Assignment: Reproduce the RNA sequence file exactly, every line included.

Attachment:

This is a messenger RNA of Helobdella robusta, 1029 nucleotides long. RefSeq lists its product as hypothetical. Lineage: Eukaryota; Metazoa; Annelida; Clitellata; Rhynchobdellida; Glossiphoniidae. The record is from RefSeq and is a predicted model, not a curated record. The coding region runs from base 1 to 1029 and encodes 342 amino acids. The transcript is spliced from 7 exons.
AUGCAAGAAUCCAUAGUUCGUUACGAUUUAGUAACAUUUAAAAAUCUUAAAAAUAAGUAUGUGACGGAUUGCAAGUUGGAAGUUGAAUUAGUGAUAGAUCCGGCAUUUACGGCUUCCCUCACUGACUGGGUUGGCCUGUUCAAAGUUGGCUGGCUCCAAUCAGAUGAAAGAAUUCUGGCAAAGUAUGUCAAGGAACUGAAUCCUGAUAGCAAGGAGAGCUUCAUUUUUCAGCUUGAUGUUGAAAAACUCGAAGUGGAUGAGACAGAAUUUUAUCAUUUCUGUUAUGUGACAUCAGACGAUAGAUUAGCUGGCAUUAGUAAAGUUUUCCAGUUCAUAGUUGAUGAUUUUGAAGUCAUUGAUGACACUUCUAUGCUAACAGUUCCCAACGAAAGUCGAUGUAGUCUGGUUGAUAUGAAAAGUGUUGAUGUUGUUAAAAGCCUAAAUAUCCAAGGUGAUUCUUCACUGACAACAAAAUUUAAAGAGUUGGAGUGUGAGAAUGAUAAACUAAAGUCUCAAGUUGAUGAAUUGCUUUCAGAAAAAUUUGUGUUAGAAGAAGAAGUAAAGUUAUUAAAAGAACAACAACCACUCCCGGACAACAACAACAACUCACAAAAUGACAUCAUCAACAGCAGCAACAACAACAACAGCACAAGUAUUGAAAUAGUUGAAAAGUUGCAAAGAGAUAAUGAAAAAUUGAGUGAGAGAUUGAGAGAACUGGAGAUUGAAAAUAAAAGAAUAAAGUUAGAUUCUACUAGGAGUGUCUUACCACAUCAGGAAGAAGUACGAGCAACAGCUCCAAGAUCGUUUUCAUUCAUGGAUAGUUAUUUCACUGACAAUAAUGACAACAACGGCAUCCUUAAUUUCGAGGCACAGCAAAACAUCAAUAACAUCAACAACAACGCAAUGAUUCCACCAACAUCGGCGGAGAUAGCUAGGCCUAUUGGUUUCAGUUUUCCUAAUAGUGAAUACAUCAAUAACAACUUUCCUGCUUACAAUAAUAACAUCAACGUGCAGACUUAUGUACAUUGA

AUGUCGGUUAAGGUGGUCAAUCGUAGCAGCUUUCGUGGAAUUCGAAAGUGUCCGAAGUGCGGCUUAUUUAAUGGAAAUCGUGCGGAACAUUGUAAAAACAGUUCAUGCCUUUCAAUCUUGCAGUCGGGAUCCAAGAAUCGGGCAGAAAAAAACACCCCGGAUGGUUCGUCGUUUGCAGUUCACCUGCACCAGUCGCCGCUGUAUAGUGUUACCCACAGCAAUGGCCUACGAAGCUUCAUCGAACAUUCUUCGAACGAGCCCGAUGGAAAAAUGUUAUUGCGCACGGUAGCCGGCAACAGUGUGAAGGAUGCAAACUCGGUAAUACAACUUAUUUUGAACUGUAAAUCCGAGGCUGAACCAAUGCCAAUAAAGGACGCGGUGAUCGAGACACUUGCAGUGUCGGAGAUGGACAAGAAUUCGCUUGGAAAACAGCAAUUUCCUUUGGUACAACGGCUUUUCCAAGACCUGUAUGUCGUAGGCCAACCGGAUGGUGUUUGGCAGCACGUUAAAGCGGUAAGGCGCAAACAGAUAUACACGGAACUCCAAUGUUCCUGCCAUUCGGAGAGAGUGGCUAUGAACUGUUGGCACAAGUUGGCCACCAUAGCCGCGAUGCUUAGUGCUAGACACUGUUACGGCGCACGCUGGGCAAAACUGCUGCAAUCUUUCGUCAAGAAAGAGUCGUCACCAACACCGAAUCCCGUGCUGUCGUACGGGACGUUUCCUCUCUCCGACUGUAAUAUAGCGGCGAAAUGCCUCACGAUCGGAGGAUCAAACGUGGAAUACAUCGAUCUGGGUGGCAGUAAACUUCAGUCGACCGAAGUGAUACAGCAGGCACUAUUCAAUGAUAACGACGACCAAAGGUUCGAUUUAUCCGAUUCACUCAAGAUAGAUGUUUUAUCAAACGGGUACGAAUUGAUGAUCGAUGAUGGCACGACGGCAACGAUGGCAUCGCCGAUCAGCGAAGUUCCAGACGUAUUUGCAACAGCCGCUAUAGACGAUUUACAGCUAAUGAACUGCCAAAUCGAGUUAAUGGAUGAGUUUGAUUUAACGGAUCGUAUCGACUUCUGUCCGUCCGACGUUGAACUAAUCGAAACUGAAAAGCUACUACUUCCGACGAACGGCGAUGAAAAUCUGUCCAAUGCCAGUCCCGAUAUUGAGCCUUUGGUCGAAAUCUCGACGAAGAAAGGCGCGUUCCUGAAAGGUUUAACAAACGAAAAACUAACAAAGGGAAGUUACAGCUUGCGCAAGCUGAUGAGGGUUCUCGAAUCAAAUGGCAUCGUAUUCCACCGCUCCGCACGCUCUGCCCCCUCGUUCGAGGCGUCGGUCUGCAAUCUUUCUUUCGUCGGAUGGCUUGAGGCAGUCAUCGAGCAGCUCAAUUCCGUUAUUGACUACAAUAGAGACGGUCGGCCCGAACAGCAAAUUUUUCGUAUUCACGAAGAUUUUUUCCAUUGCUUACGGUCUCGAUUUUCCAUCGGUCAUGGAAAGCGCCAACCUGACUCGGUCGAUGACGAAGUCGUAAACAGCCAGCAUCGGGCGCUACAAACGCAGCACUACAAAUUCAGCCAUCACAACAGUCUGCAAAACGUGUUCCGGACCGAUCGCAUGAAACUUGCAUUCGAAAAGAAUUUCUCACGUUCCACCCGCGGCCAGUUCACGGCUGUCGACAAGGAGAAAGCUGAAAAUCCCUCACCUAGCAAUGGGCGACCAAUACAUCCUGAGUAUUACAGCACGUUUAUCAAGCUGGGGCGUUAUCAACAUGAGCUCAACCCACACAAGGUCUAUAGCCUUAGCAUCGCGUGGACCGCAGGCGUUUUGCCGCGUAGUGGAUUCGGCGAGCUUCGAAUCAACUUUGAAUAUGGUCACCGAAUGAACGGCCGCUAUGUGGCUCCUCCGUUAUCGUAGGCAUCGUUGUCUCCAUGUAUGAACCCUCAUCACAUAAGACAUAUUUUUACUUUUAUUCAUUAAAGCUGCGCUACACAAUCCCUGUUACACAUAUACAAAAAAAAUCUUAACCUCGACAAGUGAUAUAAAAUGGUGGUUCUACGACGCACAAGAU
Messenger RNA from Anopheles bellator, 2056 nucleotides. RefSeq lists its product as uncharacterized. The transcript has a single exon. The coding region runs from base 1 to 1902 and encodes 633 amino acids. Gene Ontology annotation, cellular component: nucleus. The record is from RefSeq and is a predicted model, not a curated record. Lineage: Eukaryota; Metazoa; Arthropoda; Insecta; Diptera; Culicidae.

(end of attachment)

This is a messenger RNA of Helobdella robusta, 1029 nucleotides long. RefSeq lists its product as hypothetical. Lineage: Eukaryota; Metazoa; Annelida; Clitellata; Rhynchobdellida; Glossiphoniidae. The record is from RefSeq and is a predicted model, not a curated record. The coding region runs from base 1 to 1029 and encodes 342 amino acids. The transcript is spliced from 7 exons.
AUGCAAGAAUCCAUAGUUCGUUACGAUUUAGUAACAUUUAAAAAUCUUAAAAAUAAGUAUGUGACGGAUUGCAAGUUGGAAGUUGAAUUAGUGAUAGAUCCGGCAUUUACGGCUUCCCUCACUGACUGGGUUGGCCUGUUCAAAGUUGGCUGGCUCCAAUCAGAUGAAAGAAUUCUGGCAAAGUAUGUCAAGGAACUGAAUCCUGAUAGCAAGGAGAGCUUCAUUUUUCAGCUUGAUGUUGAAAAACUCGAAGUGGAUGAGACAGAAUUUUAUCAUUUCUGUUAUGUGACAUCAGACGAUAGAUUAGCUGGCAUUAGUAAAGUUUUCCAGUUCAUAGUUGAUGAUUUUGAAGUCAUUGAUGACACUUCUAUGCUAACAGUUCCCAACGAAAGUCGAUGUAGUCUGGUUGAUAUGAAAAGUGUUGAUGUUGUUAAAAGCCUAAAUAUCCAAGGUGAUUCUUCACUGACAACAAAAUUUAAAGAGUUGGAGUGUGAGAAUGAUAAACUAAAGUCUCAAGUUGAUGAAUUGCUUUCAGAAAAAUUUGUGUUAGAAGAAGAAGUAAAGUUAUUAAAAGAACAACAACCACUCCCGGACAACAACAACAACUCACAAAAUGACAUCAUCAACAGCAGCAACAACAACAACAGCACAAGUAUUGAAAUAGUUGAAAAGUUGCAAAGAGAUAAUGAAAAAUUGAGUGAGAGAUUGAGAGAACUGGAGAUUGAAAAUAAAAGAAUAAAGUUAGAUUCUACUAGGAGUGUCUUACCACAUCAGGAAGAAGUACGAGCAACAGCUCCAAGAUCGUUUUCAUUCAUGGAUAGUUAUUUCACUGACAAUAAUGACAACAACGGCAUCCUUAAUUUCGAGGCACAGCAAAACAUCAAUAACAUCAACAACAACGCAAUGAUUCCACCAACAUCGGCGGAGAUAGCUAGGCCUAUUGGUUUCAGUUUUCCUAAUAGUGAAUACAUCAAUAACAACUUUCCUGCUUACAAUAAUAACAUCAACGUGCAGACUUAUGUACAUUGA

AUGUCGGUUAAGGUGGUCAAUCGUAGCAGCUUUCGUGGAAUUCGAAAGUGUCCGAAGUGCGGCUUAUUUAAUGGAAAUCGUGCGGAACAUUGUAAAAACAGUUCAUGCCUUUCAAUCUUGCAGUCGGGAUCCAAGAAUCGGGCAGAAAAAAACACCCCGGAUGGUUCGUCGUUUGCAGUUCACCUGCACCAGUCGCCGCUGUAUAGUGUUACCCACAGCAAUGGCCUACGAAGCUUCAUCGAACAUUCUUCGAACGAGCCCGAUGGAAAAAUGUUAUUGCGCACGGUAGCCGGCAACAGUGUGAAGGAUGCAAACUCGGUAAUACAACUUAUUUUGAACUGUAAAUCCGAGGCUGAACCAAUGCCAAUAAAGGACGCGGUGAUCGAGACACUUGCAGUGUCGGAGAUGGACAAGAAUUCGCUUGGAAAACAGCAAUUUCCUUUGGUACAACGGCUUUUCCAAGACCUGUAUGUCGUAGGCCAACCGGAUGGUGUUUGGCAGCACGUUAAAGCGGUAAGGCGCAAACAGAUAUACACGGAACUCCAAUGUUCCUGCCAUUCGGAGAGAGUGGCUAUGAACUGUUGGCACAAGUUGGCCACCAUAGCCGCGAUGCUUAGUGCUAGACACUGUUACGGCGCACGCUGGGCAAAACUGCUGCAAUCUUUCGUCAAGAAAGAGUCGUCACCAACACCGAAUCCCGUGCUGUCGUACGGGACGUUUCCUCUCUCCGACUGUAAUAUAGCGGCGAAAUGCCUCACGAUCGGAGGAUCAAACGUGGAAUACAUCGAUCUGGGUGGCAGUAAACUUCAGUCGACCGAAGUGAUACAGCAGGCACUAUUCAAUGAUAACGACGACCAAAGGUUCGAUUUAUCCGAUUCACUCAAGAUAGAUGUUUUAUCAAACGGGUACGAAUUGAUGAUCGAUGAUGGCACGACGGCAACGAUGGCAUCGCCGAUCAGCGAAGUUCCAGACGUAUUUGCAACAGCCGCUAUAGACGAUUUACAGCUAAUGAACUGCCAAAUCGAGUUAAUGGAUGAGUUUGAUUUAACGGAUCGUAUCGACUUCUGUCCGUCCGACGUUGAACUAAUCGAAACUGAAAAGCUACUACUUCCGACGAACGGCGAUGAAAAUCUGUCCAAUGCCAGUCCCGAUAUUGAGCCUUUGGUCGAAAUCUCGACGAAGAAAGGCGCGUUCCUGAAAGGUUUAACAAACGAAAAACUAACAAAGGGAAGUUACAGCUUGCGCAAGCUGAUGAGGGUUCUCGAAUCAAAUGGCAUCGUAUUCCACCGCUCCGCACGCUCUGCCCCCUCGUUCGAGGCGUCGGUCUGCAAUCUUUCUUUCGUCGGAUGGCUUGAGGCAGUCAUCGAGCAGCUCAAUUCCGUUAUUGACUACAAUAGAGACGGUCGGCCCGAACAGCAAAUUUUUCGUAUUCACGAAGAUUUUUUCCAUUGCUUACGGUCUCGAUUUUCCAUCGGUCAUGGAAAGCGCCAACCUGACUCGGUCGAUGACGAAGUCGUAAACAGCCAGCAUCGGGCGCUACAAACGCAGCACUACAAAUUCAGCCAUCACAACAGUCUGCAAAACGUGUUCCGGACCGAUCGCAUGAAACUUGCAUUCGAAAAGAAUUUCUCACGUUCCACCCGCGGCCAGUUCACGGCUGUCGACAAGGAGAAAGCUGAAAAUCCCUCACCUAGCAAUGGGCGACCAAUACAUCCUGAGUAUUACAGCACGUUUAUCAAGCUGGGGCGUUAUCAACAUGAGCUCAACCCACACAAGGUCUAUAGCCUUAGCAUCGCGUGGACCGCAGGCGUUUUGCCGCGUAGUGGAUUCGGCGAGCUUCGAAUCAACUUUGAAUAUGGUCACCGAAUGAACGGCCGCUAUGUGGCUCCUCCGUUAUCGUAGGCAUCGUUGUCUCCAUGUAUGAACCCUCAUCACAUAAGACAUAUUUUUACUUUUAUUCAUUAAAGCUGCGCUACACAAUCCCUGUUACACAUAUACAAAAAAAAUCUUAACCUCGACAAGUGAUAUAAAAUGGUGGUUCUACGACGCACAAGAU
Messenger RNA from Anopheles bellator, 2056 nucleotides. RefSeq lists its product as uncharacterized. The transcript has a single exon. The coding region runs from base 1 to 1902 and encodes 633 amino acids. Gene Ontology annotation, cellular component: nucleus. The record is from RefSeq and is a predicted model, not a curated record. Lineage: Eukaryota; Metazoa; Arthropoda; Insecta; Diptera; Culicidae.